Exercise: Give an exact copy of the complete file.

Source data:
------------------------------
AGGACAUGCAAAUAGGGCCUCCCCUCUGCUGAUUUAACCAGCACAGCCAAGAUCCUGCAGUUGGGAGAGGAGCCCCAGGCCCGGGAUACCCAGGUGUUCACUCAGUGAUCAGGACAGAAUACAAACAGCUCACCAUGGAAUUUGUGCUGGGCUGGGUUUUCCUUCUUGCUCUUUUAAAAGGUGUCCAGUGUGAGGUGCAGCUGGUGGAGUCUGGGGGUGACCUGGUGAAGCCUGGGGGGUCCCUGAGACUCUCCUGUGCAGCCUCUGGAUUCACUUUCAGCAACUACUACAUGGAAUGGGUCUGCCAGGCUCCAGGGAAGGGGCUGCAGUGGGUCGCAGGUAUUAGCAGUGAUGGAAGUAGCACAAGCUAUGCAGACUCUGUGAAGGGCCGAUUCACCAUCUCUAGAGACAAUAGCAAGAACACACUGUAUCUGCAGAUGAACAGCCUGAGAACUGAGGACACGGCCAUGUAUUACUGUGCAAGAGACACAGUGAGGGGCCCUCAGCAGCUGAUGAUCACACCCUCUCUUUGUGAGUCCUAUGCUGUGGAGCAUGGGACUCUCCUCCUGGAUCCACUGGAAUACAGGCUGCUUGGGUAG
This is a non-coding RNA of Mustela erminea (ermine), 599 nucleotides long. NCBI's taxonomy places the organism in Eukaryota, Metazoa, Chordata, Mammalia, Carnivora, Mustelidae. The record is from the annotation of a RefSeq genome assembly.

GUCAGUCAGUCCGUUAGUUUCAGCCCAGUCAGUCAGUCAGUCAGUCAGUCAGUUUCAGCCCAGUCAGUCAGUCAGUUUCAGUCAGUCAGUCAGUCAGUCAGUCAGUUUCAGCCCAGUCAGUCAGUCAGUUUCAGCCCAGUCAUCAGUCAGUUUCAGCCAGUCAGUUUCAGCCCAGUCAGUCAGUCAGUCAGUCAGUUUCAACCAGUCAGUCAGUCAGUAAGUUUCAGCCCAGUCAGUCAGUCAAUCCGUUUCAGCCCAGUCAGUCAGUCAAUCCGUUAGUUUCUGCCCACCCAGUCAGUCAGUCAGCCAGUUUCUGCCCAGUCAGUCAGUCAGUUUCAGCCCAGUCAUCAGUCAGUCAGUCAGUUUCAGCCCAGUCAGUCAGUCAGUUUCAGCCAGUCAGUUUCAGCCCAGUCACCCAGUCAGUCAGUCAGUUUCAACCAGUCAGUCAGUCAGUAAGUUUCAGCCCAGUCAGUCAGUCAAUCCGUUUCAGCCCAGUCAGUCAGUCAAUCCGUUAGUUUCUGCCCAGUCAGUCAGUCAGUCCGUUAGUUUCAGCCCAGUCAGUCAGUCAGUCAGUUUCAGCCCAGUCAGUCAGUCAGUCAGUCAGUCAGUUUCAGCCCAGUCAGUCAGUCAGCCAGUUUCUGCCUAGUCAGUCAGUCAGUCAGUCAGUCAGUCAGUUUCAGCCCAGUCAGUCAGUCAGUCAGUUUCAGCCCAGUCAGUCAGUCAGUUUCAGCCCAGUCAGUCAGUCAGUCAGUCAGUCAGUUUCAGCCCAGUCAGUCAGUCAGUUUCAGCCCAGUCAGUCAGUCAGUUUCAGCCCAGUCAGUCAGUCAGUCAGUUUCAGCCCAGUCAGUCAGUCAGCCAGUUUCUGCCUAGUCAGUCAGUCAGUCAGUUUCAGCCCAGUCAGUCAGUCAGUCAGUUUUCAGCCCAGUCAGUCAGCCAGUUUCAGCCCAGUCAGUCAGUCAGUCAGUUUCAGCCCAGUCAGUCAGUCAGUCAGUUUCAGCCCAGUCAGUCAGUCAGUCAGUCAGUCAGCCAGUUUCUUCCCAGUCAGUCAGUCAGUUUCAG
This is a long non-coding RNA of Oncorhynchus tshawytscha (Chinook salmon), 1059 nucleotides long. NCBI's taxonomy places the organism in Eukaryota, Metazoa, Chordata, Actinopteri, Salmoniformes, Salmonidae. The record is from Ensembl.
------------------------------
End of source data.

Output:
AGGACAUGCAAAUAGGGCCUCCCCUCUGCUGAUUUAACCAGCACAGCCAAGAUCCUGCAGUUGGGAGAGGAGCCCCAGGCCCGGGAUACCCAGGUGUUCACUCAGUGAUCAGGACAGAAUACAAACAGCUCACCAUGGAAUUUGUGCUGGGCUGGGUUUUCCUUCUUGCUCUUUUAAAAGGUGUCCAGUGUGAGGUGCAGCUGGUGGAGUCUGGGGGUGACCUGGUGAAGCCUGGGGGGUCCCUGAGACUCUCCUGUGCAGCCUCUGGAUUCACUUUCAGCAACUACUACAUGGAAUGGGUCUGCCAGGCUCCAGGGAAGGGGCUGCAGUGGGUCGCAGGUAUUAGCAGUGAUGGAAGUAGCACAAGCUAUGCAGACUCUGUGAAGGGCCGAUUCACCAUCUCUAGAGACAAUAGCAAGAACACACUGUAUCUGCAGAUGAACAGCCUGAGAACUGAGGACACGGCCAUGUAUUACUGUGCAAGAGACACAGUGAGGGGCCCUCAGCAGCUGAUGAUCACACCCUCUCUUUGUGAGUCCUAUGCUGUGGAGCAUGGGACUCUCCUCCUGGAUCCACUGGAAUACAGGCUGCUUGGGUAG
This is a non-coding RNA of Mustela erminea (ermine), 599 nucleotides long. NCBI's taxonomy places the organism in Eukaryota, Metazoa, Chordata, Mammalia, Carnivora, Mustelidae. The record is from the annotation of a RefSeq genome assembly.

GUCAGUCAGUCCGUUAGUUUCAGCCCAGUCAGUCAGUCAGUCAGUCAGUCAGUUUCAGCCCAGUCAGUCAGUCAGUUUCAGUCAGUCAGUCAGUCAGUCAGUCAGUUUCAGCCCAGUCAGUCAGUCAGUUUCAGCCCAGUCAUCAGUCAGUUUCAGCCAGUCAGUUUCAGCCCAGUCAGUCAGUCAGUCAGUCAGUUUCAACCAGUCAGUCAGUCAGUAAGUUUCAGCCCAGUCAGUCAGUCAAUCCGUUUCAGCCCAGUCAGUCAGUCAAUCCGUUAGUUUCUGCCCACCCAGUCAGUCAGUCAGCCAGUUUCUGCCCAGUCAGUCAGUCAGUUUCAGCCCAGUCAUCAGUCAGUCAGUCAGUUUCAGCCCAGUCAGUCAGUCAGUUUCAGCCAGUCAGUUUCAGCCCAGUCACCCAGUCAGUCAGUCAGUUUCAACCAGUCAGUCAGUCAGUAAGUUUCAGCCCAGUCAGUCAGUCAAUCCGUUUCAGCCCAGUCAGUCAGUCAAUCCGUUAGUUUCUGCCCAGUCAGUCAGUCAGUCCGUUAGUUUCAGCCCAGUCAGUCAGUCAGUCAGUUUCAGCCCAGUCAGUCAGUCAGUCAGUCAGUCAGUUUCAGCCCAGUCAGUCAGUCAGCCAGUUUCUGCCUAGUCAGUCAGUCAGUCAGUCAGUCAGUCAGUUUCAGCCCAGUCAGUCAGUCAGUCAGUUUCAGCCCAGUCAGUCAGUCAGUUUCAGCCCAGUCAGUCAGUCAGUCAGUCAGUCAGUUUCAGCCCAGUCAGUCAGUCAGUUUCAGCCCAGUCAGUCAGUCAGUUUCAGCCCAGUCAGUCAGUCAGUCAGUUUCAGCCCAGUCAGUCAGUCAGCCAGUUUCUGCCUAGUCAGUCAGUCAGUCAGUUUCAGCCCAGUCAGUCAGUCAGUCAGUUUUCAGCCCAGUCAGUCAGCCAGUUUCAGCCCAGUCAGUCAGUCAGUCAGUUUCAGCCCAGUCAGUCAGUCAGUCAGUUUCAGCCCAGUCAGUCAGUCAGUCAGUCAGUCAGCCAGUUUCUUCCCAGUCAGUCAGUCAGUUUCAG
This is a long non-coding RNA of Oncorhynchus tshawytscha (Chinook salmon), 1059 nucleotides long. NCBI's taxonomy places the organism in Eukaryota, Metazoa, Chordata, Actinopteri, Salmoniformes, Salmonidae. The record is from Ensembl.